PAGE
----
The Nobodies Album by Carolyn Parkhurst

Bestselling novelist Octavia Frost has just completed her latest book—a revolutionary novel in which she has rewritten the last chapters of all her previous books, removing clues about her personal life concealed within, especially a horrific tragedy that befell her family years ago. On her way to deliver the manuscript to her editor, Octavia reads a news crawl in Times Square and learns that her rock-star son, Milo, has been arrested for murder. Though she and Milo haven’t spoken in years—an estrangement stemming from that tragic day—she drops everything to go to him. The “last chapters” of Octavia’s novel are layered throughout The Nobodies  Album—the scattered puzzle pieces to her and Milo’s dark and troubled past. Did she drive her son to murder? Did Milo murder anyone at all? And what exactly happened all those years ago? As the novel builds to a stunning reveal, Octavia must consider how this story will come to a close.  

I first heard about this book nearly a year ago over at Farm Lane Books and quickly added it to my TBR. After completing Love in the Time of Cholera I wanted something a little more fast paced and turned to this. It did the trick. I read it fairly quickly and it even kept me up fast my bedtime once. The structure of the novel was unique and I enjoyed how the plot unraveled. However, at times it felt like the mystery element of the plot fell on the back burner to Octavia's nostalgia for her past and her coping with a family tragedy, which worked out fine for the novel as a whole but since I picked it up hoping to read a mystery, I was a little let down. Aside from the suspenseful plot, Octavia's meditations on writing and fiction itself were among my favorite parts. 
I've always known that the best part of writing occurs before you've picked up a pen. When a story exists only in your mind, its potential is infinite; it's only when you start pinning words to paper that it becomes less than perfect. You have to make your choices, set your limits. Start whittling away at the cosmos, and don't stop until you've narrowed it down to a single, ordinary speck of dirt. And in the end, what you've made is not nearly as glorious as what you've thrown away.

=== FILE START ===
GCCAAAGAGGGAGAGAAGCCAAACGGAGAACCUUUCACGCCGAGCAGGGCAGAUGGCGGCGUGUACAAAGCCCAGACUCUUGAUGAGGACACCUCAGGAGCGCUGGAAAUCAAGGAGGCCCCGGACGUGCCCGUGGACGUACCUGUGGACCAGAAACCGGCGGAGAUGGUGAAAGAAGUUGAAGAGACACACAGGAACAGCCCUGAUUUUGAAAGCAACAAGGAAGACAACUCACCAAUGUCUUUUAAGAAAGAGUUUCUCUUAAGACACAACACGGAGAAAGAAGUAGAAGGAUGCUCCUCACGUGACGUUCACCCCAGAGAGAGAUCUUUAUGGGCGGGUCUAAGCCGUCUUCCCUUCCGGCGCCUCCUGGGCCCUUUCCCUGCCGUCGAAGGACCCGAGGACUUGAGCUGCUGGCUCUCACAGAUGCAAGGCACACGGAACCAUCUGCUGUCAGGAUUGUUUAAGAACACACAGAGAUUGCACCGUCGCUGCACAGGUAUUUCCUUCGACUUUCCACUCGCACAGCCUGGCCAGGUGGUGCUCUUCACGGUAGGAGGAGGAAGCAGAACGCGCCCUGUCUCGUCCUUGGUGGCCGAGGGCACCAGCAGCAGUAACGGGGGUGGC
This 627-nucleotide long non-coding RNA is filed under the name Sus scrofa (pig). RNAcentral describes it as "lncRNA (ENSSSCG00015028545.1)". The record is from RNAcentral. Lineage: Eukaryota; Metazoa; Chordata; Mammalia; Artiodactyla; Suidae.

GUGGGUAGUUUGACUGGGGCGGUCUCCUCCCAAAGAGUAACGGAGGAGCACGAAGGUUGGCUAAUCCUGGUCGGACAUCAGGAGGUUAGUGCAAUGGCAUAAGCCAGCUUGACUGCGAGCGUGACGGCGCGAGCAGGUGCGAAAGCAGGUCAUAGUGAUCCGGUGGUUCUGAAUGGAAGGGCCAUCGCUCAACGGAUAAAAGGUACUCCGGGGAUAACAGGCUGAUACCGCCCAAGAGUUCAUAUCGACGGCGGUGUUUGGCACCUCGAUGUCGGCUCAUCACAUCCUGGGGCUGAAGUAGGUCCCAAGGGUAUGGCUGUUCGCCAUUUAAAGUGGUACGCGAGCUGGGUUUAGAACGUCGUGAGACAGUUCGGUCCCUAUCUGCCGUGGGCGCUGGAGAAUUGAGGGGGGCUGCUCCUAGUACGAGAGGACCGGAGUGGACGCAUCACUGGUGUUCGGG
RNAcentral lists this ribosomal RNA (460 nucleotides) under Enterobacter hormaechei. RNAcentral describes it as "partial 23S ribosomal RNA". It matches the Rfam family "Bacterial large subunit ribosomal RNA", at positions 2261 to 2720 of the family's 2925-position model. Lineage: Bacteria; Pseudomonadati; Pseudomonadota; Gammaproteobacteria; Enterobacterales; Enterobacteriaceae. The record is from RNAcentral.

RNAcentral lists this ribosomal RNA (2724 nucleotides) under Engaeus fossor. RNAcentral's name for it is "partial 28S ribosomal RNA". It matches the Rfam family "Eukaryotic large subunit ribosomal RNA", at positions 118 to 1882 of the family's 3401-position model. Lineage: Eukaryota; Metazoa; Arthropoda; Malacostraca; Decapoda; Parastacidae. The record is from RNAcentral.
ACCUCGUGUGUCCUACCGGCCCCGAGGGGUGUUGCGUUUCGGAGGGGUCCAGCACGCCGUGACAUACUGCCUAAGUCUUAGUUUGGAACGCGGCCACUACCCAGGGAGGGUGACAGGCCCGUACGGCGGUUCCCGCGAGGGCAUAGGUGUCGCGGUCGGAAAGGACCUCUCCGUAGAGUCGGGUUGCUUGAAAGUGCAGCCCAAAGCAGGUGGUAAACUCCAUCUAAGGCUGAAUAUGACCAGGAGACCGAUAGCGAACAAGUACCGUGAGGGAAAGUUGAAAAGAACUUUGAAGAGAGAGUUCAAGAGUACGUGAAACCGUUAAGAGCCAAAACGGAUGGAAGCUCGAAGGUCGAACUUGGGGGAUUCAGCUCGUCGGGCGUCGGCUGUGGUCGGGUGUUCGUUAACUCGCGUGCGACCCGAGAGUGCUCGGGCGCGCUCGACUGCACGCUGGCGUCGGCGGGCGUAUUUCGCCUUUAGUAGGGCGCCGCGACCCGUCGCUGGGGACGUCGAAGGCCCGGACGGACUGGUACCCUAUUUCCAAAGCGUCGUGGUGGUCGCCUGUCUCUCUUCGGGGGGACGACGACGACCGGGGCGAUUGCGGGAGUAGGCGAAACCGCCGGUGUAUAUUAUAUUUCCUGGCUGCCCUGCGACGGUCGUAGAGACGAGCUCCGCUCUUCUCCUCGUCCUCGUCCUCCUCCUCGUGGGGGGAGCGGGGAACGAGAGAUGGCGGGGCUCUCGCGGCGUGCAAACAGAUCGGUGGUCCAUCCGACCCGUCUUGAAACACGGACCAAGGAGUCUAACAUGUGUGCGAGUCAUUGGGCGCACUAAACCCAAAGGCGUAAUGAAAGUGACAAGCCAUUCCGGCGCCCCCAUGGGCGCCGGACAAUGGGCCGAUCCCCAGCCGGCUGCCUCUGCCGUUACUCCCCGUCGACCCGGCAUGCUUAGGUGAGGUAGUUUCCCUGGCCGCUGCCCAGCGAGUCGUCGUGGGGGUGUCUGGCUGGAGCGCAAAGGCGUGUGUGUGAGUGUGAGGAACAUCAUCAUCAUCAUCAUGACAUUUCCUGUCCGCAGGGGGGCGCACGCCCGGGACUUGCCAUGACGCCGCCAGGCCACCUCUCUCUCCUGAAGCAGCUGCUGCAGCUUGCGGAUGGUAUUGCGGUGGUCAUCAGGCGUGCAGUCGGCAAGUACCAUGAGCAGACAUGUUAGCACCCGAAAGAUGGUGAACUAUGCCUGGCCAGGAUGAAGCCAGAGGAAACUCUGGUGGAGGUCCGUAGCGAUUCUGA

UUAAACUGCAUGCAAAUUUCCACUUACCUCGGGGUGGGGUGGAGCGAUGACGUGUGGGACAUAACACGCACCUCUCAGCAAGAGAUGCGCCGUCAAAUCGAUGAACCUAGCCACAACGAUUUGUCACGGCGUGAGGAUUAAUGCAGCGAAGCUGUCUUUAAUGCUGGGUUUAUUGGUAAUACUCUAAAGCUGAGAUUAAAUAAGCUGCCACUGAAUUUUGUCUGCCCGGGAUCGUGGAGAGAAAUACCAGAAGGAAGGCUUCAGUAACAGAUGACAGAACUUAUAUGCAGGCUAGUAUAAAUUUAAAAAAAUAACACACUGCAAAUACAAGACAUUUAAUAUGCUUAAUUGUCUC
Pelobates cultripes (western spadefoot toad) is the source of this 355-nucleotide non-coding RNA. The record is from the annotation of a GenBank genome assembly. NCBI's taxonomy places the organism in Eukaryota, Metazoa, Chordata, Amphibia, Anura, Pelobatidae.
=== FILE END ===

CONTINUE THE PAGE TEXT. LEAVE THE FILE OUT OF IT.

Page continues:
In addition to themes of fiction and writing, the novel explores the bond between mother and son and the idea that we may not really know those who we trust. I did feel like the narrator was a little too whiny at times, which took away from my interest in the plot and my interest in her troubles. I also would have liked to see a greater parallel between Octavia's excerpts from her own novel, the book within the book, to the actual novel itself. Other than those gripes, the novel as a whole worked. I'd recommend this to anyone looking for a fun, quick read.

Publisher: Anchor, 2010


  1. I loved this novel, as well. She's a great writer, there is something subtle about her storytelling.

  2. I haven't heard of this one before, but it sounds really interesting. I'm kind of disappointed to hear that there isn't as much mystery to it as the synopsis gives off. But I love books that explore family relationships like this one does. Great review.

  3. I've read and enjoyed her earlier work, and I have no idea why I haven't made time for this one when everyone raves about it. I'll have to squeeze it in after my Orange reading!

  4. This novel sounds great! I'd seen it around, but never bothered to find out what it was about. I'm glad you reviewed it, because now I know I want to read it. Sounds like my cup of tea! Thanks!!

  5. I agree that the mystery element in this book isn't very strong, but I loved way she rewrote the endings to all those books. I hadn't thought about wanting connections between her own novel and the actual one, but I can see how you'd want that. I was very happy with the way it was though - she is a very clever author.